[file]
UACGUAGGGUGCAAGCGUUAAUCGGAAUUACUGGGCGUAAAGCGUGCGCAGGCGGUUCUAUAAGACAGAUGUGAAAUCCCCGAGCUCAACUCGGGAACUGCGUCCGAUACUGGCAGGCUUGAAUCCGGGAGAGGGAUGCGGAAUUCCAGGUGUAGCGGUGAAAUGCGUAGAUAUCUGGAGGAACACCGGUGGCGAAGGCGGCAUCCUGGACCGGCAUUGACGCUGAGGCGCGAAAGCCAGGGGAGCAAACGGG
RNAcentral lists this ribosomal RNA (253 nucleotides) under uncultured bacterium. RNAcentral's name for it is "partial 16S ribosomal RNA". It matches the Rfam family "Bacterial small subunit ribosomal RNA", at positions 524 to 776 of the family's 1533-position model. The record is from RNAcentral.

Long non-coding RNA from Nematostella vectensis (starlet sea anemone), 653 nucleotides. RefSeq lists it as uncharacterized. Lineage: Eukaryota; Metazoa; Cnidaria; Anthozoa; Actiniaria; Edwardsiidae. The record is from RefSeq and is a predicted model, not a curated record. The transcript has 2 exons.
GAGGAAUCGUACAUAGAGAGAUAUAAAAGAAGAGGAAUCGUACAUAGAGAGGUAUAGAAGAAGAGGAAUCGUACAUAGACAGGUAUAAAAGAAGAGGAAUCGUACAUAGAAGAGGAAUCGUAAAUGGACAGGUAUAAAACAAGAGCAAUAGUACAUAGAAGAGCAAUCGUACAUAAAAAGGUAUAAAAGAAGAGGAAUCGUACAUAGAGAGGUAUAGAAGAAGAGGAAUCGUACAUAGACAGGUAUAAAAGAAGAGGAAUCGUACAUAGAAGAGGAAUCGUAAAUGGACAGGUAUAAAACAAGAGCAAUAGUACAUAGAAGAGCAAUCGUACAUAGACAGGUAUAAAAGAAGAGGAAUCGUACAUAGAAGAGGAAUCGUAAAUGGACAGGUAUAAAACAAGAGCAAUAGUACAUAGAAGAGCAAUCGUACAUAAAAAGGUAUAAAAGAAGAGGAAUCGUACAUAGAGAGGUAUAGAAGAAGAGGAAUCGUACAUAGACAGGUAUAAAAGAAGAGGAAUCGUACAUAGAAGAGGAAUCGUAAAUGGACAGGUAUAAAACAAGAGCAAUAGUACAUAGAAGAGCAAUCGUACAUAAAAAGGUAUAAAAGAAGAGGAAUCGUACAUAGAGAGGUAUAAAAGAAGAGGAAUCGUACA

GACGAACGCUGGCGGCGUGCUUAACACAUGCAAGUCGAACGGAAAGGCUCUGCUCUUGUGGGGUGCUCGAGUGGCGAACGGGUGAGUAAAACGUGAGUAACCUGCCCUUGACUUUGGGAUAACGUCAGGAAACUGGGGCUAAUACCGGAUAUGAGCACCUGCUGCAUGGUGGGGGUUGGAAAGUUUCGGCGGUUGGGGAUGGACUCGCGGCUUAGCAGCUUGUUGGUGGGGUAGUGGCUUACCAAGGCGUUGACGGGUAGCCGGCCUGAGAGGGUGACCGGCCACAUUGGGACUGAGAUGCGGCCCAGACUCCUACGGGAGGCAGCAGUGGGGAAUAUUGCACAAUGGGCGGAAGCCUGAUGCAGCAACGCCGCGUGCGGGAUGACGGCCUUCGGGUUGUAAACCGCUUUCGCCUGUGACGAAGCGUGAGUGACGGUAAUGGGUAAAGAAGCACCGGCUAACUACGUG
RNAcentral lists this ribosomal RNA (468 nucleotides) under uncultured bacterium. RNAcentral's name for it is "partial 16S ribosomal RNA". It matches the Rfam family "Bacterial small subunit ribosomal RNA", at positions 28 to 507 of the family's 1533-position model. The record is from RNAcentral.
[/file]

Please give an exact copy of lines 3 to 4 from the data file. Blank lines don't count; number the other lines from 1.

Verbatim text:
Long non-coding RNA from Nematostella vectensis (starlet sea anemone), 653 nucleotides. RefSeq lists it as uncharacterized. Lineage: Eukaryota; Metazoa; Cnidaria; Anthozoa; Actiniaria; Edwardsiidae. The record is from RefSeq and is a predicted model, not a curated record. The transcript has 2 exons.
GAGGAAUCGUACAUAGAGAGAUAUAAAAGAAGAGGAAUCGUACAUAGAGAGGUAUAGAAGAAGAGGAAUCGUACAUAGACAGGUAUAAAAGAAGAGGAAUCGUACAUAGAAGAGGAAUCGUAAAUGGACAGGUAUAAAACAAGAGCAAUAGUACAUAGAAGAGCAAUCGUACAUAAAAAGGUAUAAAAGAAGAGGAAUCGUACAUAGAGAGGUAUAGAAGAAGAGGAAUCGUACAUAGACAGGUAUAAAAGAAGAGGAAUCGUACAUAGAAGAGGAAUCGUAAAUGGACAGGUAUAAAACAAGAGCAAUAGUACAUAGAAGAGCAAUCGUACAUAGACAGGUAUAAAAGAAGAGGAAUCGUACAUAGAAGAGGAAUCGUAAAUGGACAGGUAUAAAACAAGAGCAAUAGUACAUAGAAGAGCAAUCGUACAUAAAAAGGUAUAAAAGAAGAGGAAUCGUACAUAGAGAGGUAUAGAAGAAGAGGAAUCGUACAUAGACAGGUAUAAAAGAAGAGGAAUCGUACAUAGAAGAGGAAUCGUAAAUGGACAGGUAUAAAACAAGAGCAAUAGUACAUAGAAGAGCAAUCGUACAUAAAAAGGUAUAAAAGAAGAGGAAUCGUACAUAGAGAGGUAUAAAAGAAGAGGAAUCGUACA